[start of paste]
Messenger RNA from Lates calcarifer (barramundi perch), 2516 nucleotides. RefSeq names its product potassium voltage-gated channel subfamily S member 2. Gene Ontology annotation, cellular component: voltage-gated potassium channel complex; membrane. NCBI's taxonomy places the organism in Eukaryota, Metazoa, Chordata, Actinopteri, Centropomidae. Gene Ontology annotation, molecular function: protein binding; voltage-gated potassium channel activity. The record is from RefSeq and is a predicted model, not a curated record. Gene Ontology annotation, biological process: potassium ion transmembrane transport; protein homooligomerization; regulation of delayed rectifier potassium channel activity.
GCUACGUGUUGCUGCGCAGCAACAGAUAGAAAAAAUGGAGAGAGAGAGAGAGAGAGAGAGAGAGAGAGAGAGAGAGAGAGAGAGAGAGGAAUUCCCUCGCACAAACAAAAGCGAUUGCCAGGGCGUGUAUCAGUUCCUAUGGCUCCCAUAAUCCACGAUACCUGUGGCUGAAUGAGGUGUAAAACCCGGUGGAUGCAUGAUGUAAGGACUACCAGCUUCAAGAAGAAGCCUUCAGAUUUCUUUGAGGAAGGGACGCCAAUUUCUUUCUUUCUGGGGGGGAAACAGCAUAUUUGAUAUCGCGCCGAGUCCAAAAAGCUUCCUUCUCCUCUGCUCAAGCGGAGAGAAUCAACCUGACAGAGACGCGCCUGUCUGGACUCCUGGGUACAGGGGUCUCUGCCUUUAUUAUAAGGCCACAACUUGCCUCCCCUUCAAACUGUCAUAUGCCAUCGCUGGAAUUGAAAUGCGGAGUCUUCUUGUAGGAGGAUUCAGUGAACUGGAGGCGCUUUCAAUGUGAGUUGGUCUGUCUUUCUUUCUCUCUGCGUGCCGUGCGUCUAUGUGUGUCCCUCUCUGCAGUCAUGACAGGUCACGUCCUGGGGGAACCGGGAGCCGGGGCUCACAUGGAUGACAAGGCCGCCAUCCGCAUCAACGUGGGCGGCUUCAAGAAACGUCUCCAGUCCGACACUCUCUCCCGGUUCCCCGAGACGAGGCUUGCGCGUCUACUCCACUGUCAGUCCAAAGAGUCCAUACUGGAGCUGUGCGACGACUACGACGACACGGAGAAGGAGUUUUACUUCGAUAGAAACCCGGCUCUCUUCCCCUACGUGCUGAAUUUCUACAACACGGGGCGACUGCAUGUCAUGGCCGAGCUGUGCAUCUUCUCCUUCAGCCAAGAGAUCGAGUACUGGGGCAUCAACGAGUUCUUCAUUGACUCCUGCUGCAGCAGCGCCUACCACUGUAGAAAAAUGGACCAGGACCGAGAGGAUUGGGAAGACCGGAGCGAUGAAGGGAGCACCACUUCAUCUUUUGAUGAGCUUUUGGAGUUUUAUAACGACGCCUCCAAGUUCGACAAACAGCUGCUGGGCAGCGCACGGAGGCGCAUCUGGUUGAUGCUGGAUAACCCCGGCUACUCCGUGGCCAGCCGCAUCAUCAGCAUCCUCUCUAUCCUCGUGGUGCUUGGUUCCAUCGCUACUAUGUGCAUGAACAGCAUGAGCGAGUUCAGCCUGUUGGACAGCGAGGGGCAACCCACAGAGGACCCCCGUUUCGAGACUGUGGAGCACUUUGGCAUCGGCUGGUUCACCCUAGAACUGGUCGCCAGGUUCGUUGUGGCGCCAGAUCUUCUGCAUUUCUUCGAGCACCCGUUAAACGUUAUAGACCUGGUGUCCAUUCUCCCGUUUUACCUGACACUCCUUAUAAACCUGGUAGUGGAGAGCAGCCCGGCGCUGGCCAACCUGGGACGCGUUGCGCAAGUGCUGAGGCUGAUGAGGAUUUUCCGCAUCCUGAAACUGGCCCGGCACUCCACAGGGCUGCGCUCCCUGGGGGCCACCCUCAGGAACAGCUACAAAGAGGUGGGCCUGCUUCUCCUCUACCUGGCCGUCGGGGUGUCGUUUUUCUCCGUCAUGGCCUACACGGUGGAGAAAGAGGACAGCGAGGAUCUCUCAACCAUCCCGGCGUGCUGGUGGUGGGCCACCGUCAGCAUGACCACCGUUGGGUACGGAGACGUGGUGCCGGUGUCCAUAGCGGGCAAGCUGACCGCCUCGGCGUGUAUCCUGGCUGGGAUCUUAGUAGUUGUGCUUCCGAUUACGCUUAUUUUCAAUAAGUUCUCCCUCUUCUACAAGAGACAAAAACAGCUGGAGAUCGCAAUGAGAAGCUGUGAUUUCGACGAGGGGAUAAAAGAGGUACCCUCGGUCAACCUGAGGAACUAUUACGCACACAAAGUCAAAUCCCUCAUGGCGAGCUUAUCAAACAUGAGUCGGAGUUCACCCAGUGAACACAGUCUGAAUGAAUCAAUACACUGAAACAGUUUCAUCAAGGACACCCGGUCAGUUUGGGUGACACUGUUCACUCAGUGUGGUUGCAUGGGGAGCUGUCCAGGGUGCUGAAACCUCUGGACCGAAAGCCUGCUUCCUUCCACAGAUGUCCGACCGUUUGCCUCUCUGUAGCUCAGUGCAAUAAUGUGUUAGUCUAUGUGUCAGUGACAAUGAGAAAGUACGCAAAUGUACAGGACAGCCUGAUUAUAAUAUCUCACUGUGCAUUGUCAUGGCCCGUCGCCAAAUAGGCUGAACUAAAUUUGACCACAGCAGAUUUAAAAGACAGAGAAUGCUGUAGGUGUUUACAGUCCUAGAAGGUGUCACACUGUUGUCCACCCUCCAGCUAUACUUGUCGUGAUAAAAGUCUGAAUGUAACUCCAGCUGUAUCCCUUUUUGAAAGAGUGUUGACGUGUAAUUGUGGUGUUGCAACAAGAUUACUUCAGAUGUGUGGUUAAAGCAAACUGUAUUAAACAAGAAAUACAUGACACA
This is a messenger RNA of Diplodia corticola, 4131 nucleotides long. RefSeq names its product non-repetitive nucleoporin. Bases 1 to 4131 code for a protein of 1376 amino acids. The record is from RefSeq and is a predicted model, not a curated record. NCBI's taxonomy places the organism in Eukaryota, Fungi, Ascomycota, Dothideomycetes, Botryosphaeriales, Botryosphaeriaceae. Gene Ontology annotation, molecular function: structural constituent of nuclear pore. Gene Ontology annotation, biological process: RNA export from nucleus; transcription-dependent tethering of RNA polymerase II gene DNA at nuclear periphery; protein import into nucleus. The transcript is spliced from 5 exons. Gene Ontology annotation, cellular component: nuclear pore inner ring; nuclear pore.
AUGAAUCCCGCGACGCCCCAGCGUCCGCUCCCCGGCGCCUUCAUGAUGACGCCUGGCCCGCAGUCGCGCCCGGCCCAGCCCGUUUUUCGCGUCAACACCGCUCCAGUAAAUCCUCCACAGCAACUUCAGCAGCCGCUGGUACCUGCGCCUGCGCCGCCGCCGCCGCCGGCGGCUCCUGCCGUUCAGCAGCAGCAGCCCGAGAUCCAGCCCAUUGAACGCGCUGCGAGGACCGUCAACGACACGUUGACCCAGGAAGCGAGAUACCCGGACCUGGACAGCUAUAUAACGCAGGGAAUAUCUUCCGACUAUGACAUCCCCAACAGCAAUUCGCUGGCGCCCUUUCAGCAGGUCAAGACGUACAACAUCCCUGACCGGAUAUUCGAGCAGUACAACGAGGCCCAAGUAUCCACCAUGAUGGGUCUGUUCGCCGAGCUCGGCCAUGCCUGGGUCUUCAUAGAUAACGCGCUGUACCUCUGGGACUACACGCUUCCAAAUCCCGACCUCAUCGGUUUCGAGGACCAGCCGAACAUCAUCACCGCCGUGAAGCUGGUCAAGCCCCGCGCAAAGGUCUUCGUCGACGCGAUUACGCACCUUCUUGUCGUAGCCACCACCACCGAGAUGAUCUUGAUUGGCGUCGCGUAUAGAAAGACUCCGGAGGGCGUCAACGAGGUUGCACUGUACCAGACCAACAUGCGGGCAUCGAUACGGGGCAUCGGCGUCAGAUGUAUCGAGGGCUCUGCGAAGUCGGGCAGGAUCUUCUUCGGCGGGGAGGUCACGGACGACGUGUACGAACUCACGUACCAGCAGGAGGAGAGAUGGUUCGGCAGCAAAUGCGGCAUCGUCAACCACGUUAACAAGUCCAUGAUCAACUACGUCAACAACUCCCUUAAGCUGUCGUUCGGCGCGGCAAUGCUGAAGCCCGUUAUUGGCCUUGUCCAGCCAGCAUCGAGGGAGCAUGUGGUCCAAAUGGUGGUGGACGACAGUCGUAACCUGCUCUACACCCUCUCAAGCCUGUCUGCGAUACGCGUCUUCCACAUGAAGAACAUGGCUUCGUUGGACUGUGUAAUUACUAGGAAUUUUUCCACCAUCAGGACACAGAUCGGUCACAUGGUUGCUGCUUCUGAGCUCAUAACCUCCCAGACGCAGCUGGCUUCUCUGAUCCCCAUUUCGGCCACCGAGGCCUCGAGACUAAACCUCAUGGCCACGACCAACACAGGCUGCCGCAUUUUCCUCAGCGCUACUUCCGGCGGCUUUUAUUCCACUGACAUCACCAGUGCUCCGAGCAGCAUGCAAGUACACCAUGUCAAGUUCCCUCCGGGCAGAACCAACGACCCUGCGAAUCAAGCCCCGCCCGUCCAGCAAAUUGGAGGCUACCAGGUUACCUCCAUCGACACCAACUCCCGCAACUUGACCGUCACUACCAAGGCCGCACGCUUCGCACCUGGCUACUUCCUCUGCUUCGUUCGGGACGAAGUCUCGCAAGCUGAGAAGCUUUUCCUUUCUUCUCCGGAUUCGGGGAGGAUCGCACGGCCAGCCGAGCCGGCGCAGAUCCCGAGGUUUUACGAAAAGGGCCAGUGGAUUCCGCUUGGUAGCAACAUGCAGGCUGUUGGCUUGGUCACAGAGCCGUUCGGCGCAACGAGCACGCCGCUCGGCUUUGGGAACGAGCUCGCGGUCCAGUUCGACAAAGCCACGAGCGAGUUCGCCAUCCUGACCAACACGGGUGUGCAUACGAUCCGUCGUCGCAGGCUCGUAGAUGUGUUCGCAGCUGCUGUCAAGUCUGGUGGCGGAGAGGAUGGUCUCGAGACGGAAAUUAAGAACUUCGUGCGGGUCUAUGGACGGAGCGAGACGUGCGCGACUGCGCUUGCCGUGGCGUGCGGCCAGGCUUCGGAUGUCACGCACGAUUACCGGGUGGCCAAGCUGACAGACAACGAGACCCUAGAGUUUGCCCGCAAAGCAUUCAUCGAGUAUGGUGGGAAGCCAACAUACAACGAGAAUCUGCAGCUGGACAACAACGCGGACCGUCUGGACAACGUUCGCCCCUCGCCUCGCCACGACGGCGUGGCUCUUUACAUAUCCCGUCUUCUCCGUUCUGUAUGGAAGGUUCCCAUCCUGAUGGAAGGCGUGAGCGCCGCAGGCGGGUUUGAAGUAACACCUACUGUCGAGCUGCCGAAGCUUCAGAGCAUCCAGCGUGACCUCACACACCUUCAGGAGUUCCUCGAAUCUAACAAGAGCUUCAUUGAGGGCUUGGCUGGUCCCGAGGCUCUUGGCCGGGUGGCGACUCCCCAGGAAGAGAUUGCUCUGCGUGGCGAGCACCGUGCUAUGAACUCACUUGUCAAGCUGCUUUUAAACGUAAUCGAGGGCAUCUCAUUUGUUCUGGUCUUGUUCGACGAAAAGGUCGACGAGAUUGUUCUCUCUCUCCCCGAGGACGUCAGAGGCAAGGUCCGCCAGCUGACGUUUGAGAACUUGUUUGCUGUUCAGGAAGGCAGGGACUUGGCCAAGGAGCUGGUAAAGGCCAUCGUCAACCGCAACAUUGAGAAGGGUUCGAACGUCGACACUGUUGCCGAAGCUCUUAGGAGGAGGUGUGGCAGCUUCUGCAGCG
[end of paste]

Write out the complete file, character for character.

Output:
Messenger RNA from Lates calcarifer (barramundi perch), 2516 nucleotides. RefSeq names its product potassium voltage-gated channel subfamily S member 2. Gene Ontology annotation, cellular component: voltage-gated potassium channel complex; membrane. NCBI's taxonomy places the organism in Eukaryota, Metazoa, Chordata, Actinopteri, Centropomidae. Gene Ontology annotation, molecular function: protein binding; voltage-gated potassium channel activity. The record is from RefSeq and is a predicted model, not a curated record. Gene Ontology annotation, biological process: potassium ion transmembrane transport; protein homooligomerization; regulation of delayed rectifier potassium channel activity.
GCUACGUGUUGCUGCGCAGCAACAGAUAGAAAAAAUGGAGAGAGAGAGAGAGAGAGAGAGAGAGAGAGAGAGAGAGAGAGAGAGAGAGGAAUUCCCUCGCACAAACAAAAGCGAUUGCCAGGGCGUGUAUCAGUUCCUAUGGCUCCCAUAAUCCACGAUACCUGUGGCUGAAUGAGGUGUAAAACCCGGUGGAUGCAUGAUGUAAGGACUACCAGCUUCAAGAAGAAGCCUUCAGAUUUCUUUGAGGAAGGGACGCCAAUUUCUUUCUUUCUGGGGGGGAAACAGCAUAUUUGAUAUCGCGCCGAGUCCAAAAAGCUUCCUUCUCCUCUGCUCAAGCGGAGAGAAUCAACCUGACAGAGACGCGCCUGUCUGGACUCCUGGGUACAGGGGUCUCUGCCUUUAUUAUAAGGCCACAACUUGCCUCCCCUUCAAACUGUCAUAUGCCAUCGCUGGAAUUGAAAUGCGGAGUCUUCUUGUAGGAGGAUUCAGUGAACUGGAGGCGCUUUCAAUGUGAGUUGGUCUGUCUUUCUUUCUCUCUGCGUGCCGUGCGUCUAUGUGUGUCCCUCUCUGCAGUCAUGACAGGUCACGUCCUGGGGGAACCGGGAGCCGGGGCUCACAUGGAUGACAAGGCCGCCAUCCGCAUCAACGUGGGCGGCUUCAAGAAACGUCUCCAGUCCGACACUCUCUCCCGGUUCCCCGAGACGAGGCUUGCGCGUCUACUCCACUGUCAGUCCAAAGAGUCCAUACUGGAGCUGUGCGACGACUACGACGACACGGAGAAGGAGUUUUACUUCGAUAGAAACCCGGCUCUCUUCCCCUACGUGCUGAAUUUCUACAACACGGGGCGACUGCAUGUCAUGGCCGAGCUGUGCAUCUUCUCCUUCAGCCAAGAGAUCGAGUACUGGGGCAUCAACGAGUUCUUCAUUGACUCCUGCUGCAGCAGCGCCUACCACUGUAGAAAAAUGGACCAGGACCGAGAGGAUUGGGAAGACCGGAGCGAUGAAGGGAGCACCACUUCAUCUUUUGAUGAGCUUUUGGAGUUUUAUAACGACGCCUCCAAGUUCGACAAACAGCUGCUGGGCAGCGCACGGAGGCGCAUCUGGUUGAUGCUGGAUAACCCCGGCUACUCCGUGGCCAGCCGCAUCAUCAGCAUCCUCUCUAUCCUCGUGGUGCUUGGUUCCAUCGCUACUAUGUGCAUGAACAGCAUGAGCGAGUUCAGCCUGUUGGACAGCGAGGGGCAACCCACAGAGGACCCCCGUUUCGAGACUGUGGAGCACUUUGGCAUCGGCUGGUUCACCCUAGAACUGGUCGCCAGGUUCGUUGUGGCGCCAGAUCUUCUGCAUUUCUUCGAGCACCCGUUAAACGUUAUAGACCUGGUGUCCAUUCUCCCGUUUUACCUGACACUCCUUAUAAACCUGGUAGUGGAGAGCAGCCCGGCGCUGGCCAACCUGGGACGCGUUGCGCAAGUGCUGAGGCUGAUGAGGAUUUUCCGCAUCCUGAAACUGGCCCGGCACUCCACAGGGCUGCGCUCCCUGGGGGCCACCCUCAGGAACAGCUACAAAGAGGUGGGCCUGCUUCUCCUCUACCUGGCCGUCGGGGUGUCGUUUUUCUCCGUCAUGGCCUACACGGUGGAGAAAGAGGACAGCGAGGAUCUCUCAACCAUCCCGGCGUGCUGGUGGUGGGCCACCGUCAGCAUGACCACCGUUGGGUACGGAGACGUGGUGCCGGUGUCCAUAGCGGGCAAGCUGACCGCCUCGGCGUGUAUCCUGGCUGGGAUCUUAGUAGUUGUGCUUCCGAUUACGCUUAUUUUCAAUAAGUUCUCCCUCUUCUACAAGAGACAAAAACAGCUGGAGAUCGCAAUGAGAAGCUGUGAUUUCGACGAGGGGAUAAAAGAGGUACCCUCGGUCAACCUGAGGAACUAUUACGCACACAAAGUCAAAUCCCUCAUGGCGAGCUUAUCAAACAUGAGUCGGAGUUCACCCAGUGAACACAGUCUGAAUGAAUCAAUACACUGAAACAGUUUCAUCAAGGACACCCGGUCAGUUUGGGUGACACUGUUCACUCAGUGUGGUUGCAUGGGGAGCUGUCCAGGGUGCUGAAACCUCUGGACCGAAAGCCUGCUUCCUUCCACAGAUGUCCGACCGUUUGCCUCUCUGUAGCUCAGUGCAAUAAUGUGUUAGUCUAUGUGUCAGUGACAAUGAGAAAGUACGCAAAUGUACAGGACAGCCUGAUUAUAAUAUCUCACUGUGCAUUGUCAUGGCCCGUCGCCAAAUAGGCUGAACUAAAUUUGACCACAGCAGAUUUAAAAGACAGAGAAUGCUGUAGGUGUUUACAGUCCUAGAAGGUGUCACACUGUUGUCCACCCUCCAGCUAUACUUGUCGUGAUAAAAGUCUGAAUGUAACUCCAGCUGUAUCCCUUUUUGAAAGAGUGUUGACGUGUAAUUGUGGUGUUGCAACAAGAUUACUUCAGAUGUGUGGUUAAAGCAAACUGUAUUAAACAAGAAAUACAUGACACA
This is a messenger RNA of Diplodia corticola, 4131 nucleotides long. RefSeq names its product non-repetitive nucleoporin. Bases 1 to 4131 code for a protein of 1376 amino acids. The record is from RefSeq and is a predicted model, not a curated record. NCBI's taxonomy places the organism in Eukaryota, Fungi, Ascomycota, Dothideomycetes, Botryosphaeriales, Botryosphaeriaceae. Gene Ontology annotation, molecular function: structural constituent of nuclear pore. Gene Ontology annotation, biological process: RNA export from nucleus; transcription-dependent tethering of RNA polymerase II gene DNA at nuclear periphery; protein import into nucleus. The transcript is spliced from 5 exons. Gene Ontology annotation, cellular component: nuclear pore inner ring; nuclear pore.
AUGAAUCCCGCGACGCCCCAGCGUCCGCUCCCCGGCGCCUUCAUGAUGACGCCUGGCCCGCAGUCGCGCCCGGCCCAGCCCGUUUUUCGCGUCAACACCGCUCCAGUAAAUCCUCCACAGCAACUUCAGCAGCCGCUGGUACCUGCGCCUGCGCCGCCGCCGCCGCCGGCGGCUCCUGCCGUUCAGCAGCAGCAGCCCGAGAUCCAGCCCAUUGAACGCGCUGCGAGGACCGUCAACGACACGUUGACCCAGGAAGCGAGAUACCCGGACCUGGACAGCUAUAUAACGCAGGGAAUAUCUUCCGACUAUGACAUCCCCAACAGCAAUUCGCUGGCGCCCUUUCAGCAGGUCAAGACGUACAACAUCCCUGACCGGAUAUUCGAGCAGUACAACGAGGCCCAAGUAUCCACCAUGAUGGGUCUGUUCGCCGAGCUCGGCCAUGCCUGGGUCUUCAUAGAUAACGCGCUGUACCUCUGGGACUACACGCUUCCAAAUCCCGACCUCAUCGGUUUCGAGGACCAGCCGAACAUCAUCACCGCCGUGAAGCUGGUCAAGCCCCGCGCAAAGGUCUUCGUCGACGCGAUUACGCACCUUCUUGUCGUAGCCACCACCACCGAGAUGAUCUUGAUUGGCGUCGCGUAUAGAAAGACUCCGGAGGGCGUCAACGAGGUUGCACUGUACCAGACCAACAUGCGGGCAUCGAUACGGGGCAUCGGCGUCAGAUGUAUCGAGGGCUCUGCGAAGUCGGGCAGGAUCUUCUUCGGCGGGGAGGUCACGGACGACGUGUACGAACUCACGUACCAGCAGGAGGAGAGAUGGUUCGGCAGCAAAUGCGGCAUCGUCAACCACGUUAACAAGUCCAUGAUCAACUACGUCAACAACUCCCUUAAGCUGUCGUUCGGCGCGGCAAUGCUGAAGCCCGUUAUUGGCCUUGUCCAGCCAGCAUCGAGGGAGCAUGUGGUCCAAAUGGUGGUGGACGACAGUCGUAACCUGCUCUACACCCUCUCAAGCCUGUCUGCGAUACGCGUCUUCCACAUGAAGAACAUGGCUUCGUUGGACUGUGUAAUUACUAGGAAUUUUUCCACCAUCAGGACACAGAUCGGUCACAUGGUUGCUGCUUCUGAGCUCAUAACCUCCCAGACGCAGCUGGCUUCUCUGAUCCCCAUUUCGGCCACCGAGGCCUCGAGACUAAACCUCAUGGCCACGACCAACACAGGCUGCCGCAUUUUCCUCAGCGCUACUUCCGGCGGCUUUUAUUCCACUGACAUCACCAGUGCUCCGAGCAGCAUGCAAGUACACCAUGUCAAGUUCCCUCCGGGCAGAACCAACGACCCUGCGAAUCAAGCCCCGCCCGUCCAGCAAAUUGGAGGCUACCAGGUUACCUCCAUCGACACCAACUCCCGCAACUUGACCGUCACUACCAAGGCCGCACGCUUCGCACCUGGCUACUUCCUCUGCUUCGUUCGGGACGAAGUCUCGCAAGCUGAGAAGCUUUUCCUUUCUUCUCCGGAUUCGGGGAGGAUCGCACGGCCAGCCGAGCCGGCGCAGAUCCCGAGGUUUUACGAAAAGGGCCAGUGGAUUCCGCUUGGUAGCAACAUGCAGGCUGUUGGCUUGGUCACAGAGCCGUUCGGCGCAACGAGCACGCCGCUCGGCUUUGGGAACGAGCUCGCGGUCCAGUUCGACAAAGCCACGAGCGAGUUCGCCAUCCUGACCAACACGGGUGUGCAUACGAUCCGUCGUCGCAGGCUCGUAGAUGUGUUCGCAGCUGCUGUCAAGUCUGGUGGCGGAGAGGAUGGUCUCGAGACGGAAAUUAAGAACUUCGUGCGGGUCUAUGGACGGAGCGAGACGUGCGCGACUGCGCUUGCCGUGGCGUGCGGCCAGGCUUCGGAUGUCACGCACGAUUACCGGGUGGCCAAGCUGACAGACAACGAGACCCUAGAGUUUGCCCGCAAAGCAUUCAUCGAGUAUGGUGGGAAGCCAACAUACAACGAGAAUCUGCAGCUGGACAACAACGCGGACCGUCUGGACAACGUUCGCCCCUCGCCUCGCCACGACGGCGUGGCUCUUUACAUAUCCCGUCUUCUCCGUUCUGUAUGGAAGGUUCCCAUCCUGAUGGAAGGCGUGAGCGCCGCAGGCGGGUUUGAAGUAACACCUACUGUCGAGCUGCCGAAGCUUCAGAGCAUCCAGCGUGACCUCACACACCUUCAGGAGUUCCUCGAAUCUAACAAGAGCUUCAUUGAGGGCUUGGCUGGUCCCGAGGCUCUUGGCCGGGUGGCGACUCCCCAGGAAGAGAUUGCUCUGCGUGGCGAGCACCGUGCUAUGAACUCACUUGUCAAGCUGCUUUUAAACGUAAUCGAGGGCAUCUCAUUUGUUCUGGUCUUGUUCGACGAAAAGGUCGACGAGAUUGUUCUCUCUCUCCCCGAGGACGUCAGAGGCAAGGUCCGCCAGCUGACGUUUGAGAACUUGUUUGCUGUUCAGGAAGGCAGGGACUUGGCCAAGGAGCUGGUAAAGGCCAUCGUCAACCGCAACAUUGAGAAGGGUUCGAACGUCGACACUGUUGCCGAAGCUCUUAGGAGGAGGUGUGGCAGCUUCUGCAGCG